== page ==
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10 Signs of Emotional Illness


Photos by Betsssssy, Key Foster, Most of the time people don’t know that they are emotionally unhealthy. As Freud first discovered, there are a multitude of ways that people keep things unconscious. Some form of behavior that they have done for years, or that everybody in their group is doing, seems normal. It is human to see the flaws in others, but not those in yourself. But what you don’t know can hurt you.

6 Comments to
10 Signs of Emotional Illness

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  1. Plain and simple. I feel it’s important to evaluate how much of each of these things take up your time and how debilitating.I believe all of us experience these
    felling state/attitudes once or twice in life.

  2. Ohh boy! Firstly thank you Dr Gerald for a very succinct article. I’ve got to admit, except for the last two, I have all the others in varying degrees. Some of which I didn’t even know were emotional illnesses, I always thought they were a part of my personality. I have ADD and these other emotional illnesses have, I believe, emerged due to a frustration and resentment at my inability to succeed academically and professionally. At the very least I now know what problems I need to solve.

  3. 8 out of ten seems disastrous, but so far I have negotiated life in such manner for over six decades.
    My biggest difficulty is keeping abreast of all I have embraced, but no problems with decisions.
    I would never call myself a well adjusted member of society, but I have a high ethical code, which does not allow for religious killing or kama kazi actions.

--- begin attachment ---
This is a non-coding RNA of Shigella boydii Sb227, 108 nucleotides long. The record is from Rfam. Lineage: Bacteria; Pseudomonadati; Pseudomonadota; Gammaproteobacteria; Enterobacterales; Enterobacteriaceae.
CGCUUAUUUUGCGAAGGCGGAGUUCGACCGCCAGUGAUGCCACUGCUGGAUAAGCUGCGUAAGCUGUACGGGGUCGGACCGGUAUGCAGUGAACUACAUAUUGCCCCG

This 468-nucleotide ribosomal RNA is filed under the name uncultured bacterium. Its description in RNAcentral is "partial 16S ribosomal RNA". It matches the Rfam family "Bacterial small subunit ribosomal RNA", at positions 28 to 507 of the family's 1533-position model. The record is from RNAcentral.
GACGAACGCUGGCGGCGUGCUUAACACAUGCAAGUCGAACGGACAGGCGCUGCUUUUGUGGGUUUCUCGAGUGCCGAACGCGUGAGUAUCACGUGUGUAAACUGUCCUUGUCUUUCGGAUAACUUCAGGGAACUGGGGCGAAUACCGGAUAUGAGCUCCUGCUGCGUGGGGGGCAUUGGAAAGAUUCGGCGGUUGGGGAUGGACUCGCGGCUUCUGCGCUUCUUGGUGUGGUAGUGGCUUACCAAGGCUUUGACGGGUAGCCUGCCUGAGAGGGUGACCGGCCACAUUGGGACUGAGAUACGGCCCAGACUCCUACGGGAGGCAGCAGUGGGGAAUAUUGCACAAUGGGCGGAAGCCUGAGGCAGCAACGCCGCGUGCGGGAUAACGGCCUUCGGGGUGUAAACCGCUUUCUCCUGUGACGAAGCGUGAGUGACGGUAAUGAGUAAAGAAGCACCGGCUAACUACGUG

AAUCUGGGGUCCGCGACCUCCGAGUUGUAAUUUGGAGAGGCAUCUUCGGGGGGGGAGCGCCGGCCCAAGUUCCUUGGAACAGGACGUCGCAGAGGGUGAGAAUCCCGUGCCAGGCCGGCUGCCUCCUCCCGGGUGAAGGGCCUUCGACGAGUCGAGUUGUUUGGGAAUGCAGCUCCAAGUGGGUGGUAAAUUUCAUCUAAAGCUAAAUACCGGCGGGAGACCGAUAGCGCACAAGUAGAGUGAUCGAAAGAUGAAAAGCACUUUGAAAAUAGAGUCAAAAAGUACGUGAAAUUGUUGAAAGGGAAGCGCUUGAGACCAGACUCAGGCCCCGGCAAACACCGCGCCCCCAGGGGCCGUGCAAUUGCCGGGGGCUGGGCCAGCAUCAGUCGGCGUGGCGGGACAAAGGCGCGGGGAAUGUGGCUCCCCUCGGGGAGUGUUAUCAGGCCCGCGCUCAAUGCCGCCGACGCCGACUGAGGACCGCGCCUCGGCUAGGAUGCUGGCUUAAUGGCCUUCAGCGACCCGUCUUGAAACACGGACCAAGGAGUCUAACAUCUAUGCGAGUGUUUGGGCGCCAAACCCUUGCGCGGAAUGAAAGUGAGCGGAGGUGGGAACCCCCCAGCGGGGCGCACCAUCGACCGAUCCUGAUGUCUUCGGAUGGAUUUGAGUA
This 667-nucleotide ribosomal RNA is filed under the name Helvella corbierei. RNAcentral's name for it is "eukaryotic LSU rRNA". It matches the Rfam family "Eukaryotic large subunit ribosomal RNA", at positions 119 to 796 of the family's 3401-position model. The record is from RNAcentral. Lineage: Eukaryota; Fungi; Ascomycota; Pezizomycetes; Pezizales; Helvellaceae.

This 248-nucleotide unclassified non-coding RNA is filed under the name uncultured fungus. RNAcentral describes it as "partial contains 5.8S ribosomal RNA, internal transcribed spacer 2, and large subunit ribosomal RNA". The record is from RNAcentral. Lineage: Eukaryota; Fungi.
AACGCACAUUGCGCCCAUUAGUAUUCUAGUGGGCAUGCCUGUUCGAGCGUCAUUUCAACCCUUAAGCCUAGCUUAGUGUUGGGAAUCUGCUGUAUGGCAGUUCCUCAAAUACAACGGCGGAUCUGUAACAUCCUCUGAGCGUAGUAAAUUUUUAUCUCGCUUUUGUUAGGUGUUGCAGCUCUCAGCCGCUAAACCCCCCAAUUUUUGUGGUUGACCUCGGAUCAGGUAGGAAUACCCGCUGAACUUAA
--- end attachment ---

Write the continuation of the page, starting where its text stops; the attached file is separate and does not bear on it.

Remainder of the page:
I detest the Thomas Abeckitt syndrome, where we remain silent at others expense.
    I find the long goodbye of death hard to stomach.
    I find stupidity hard to take, and people do not learn or act well.
    The only two of your tenets I had no difficulty with were 9 and 10. Guess I’m a loony.

  4. 5/10 well, that sorta makes sense

  5. Thank you for this interesting article. I’d just like to make a comment with regards to #5: rather than “Unempathic people say, “How could someone behave that way?”, I would suggest unempathetic people say “How could you do this to me?”

  6. There’s genius in this simple but accurate reflection on mental wellness. It takes long years of work to learn to take this insight and make the changes. If you think you have some of these problems I hope you will not lose hope but be determined to find ways to grow and feel better.
    With any such “criticism” there is a period of hurtful reaction which could be followed by a renewed appreciation. Don’t just take it, but defend yourself too. Even if you see some faults, keep positive and don’t destroy yourself with too much self-criticism. It is meant to be helpful.
    And by the way, psychoanalysis is not the major answer!

 

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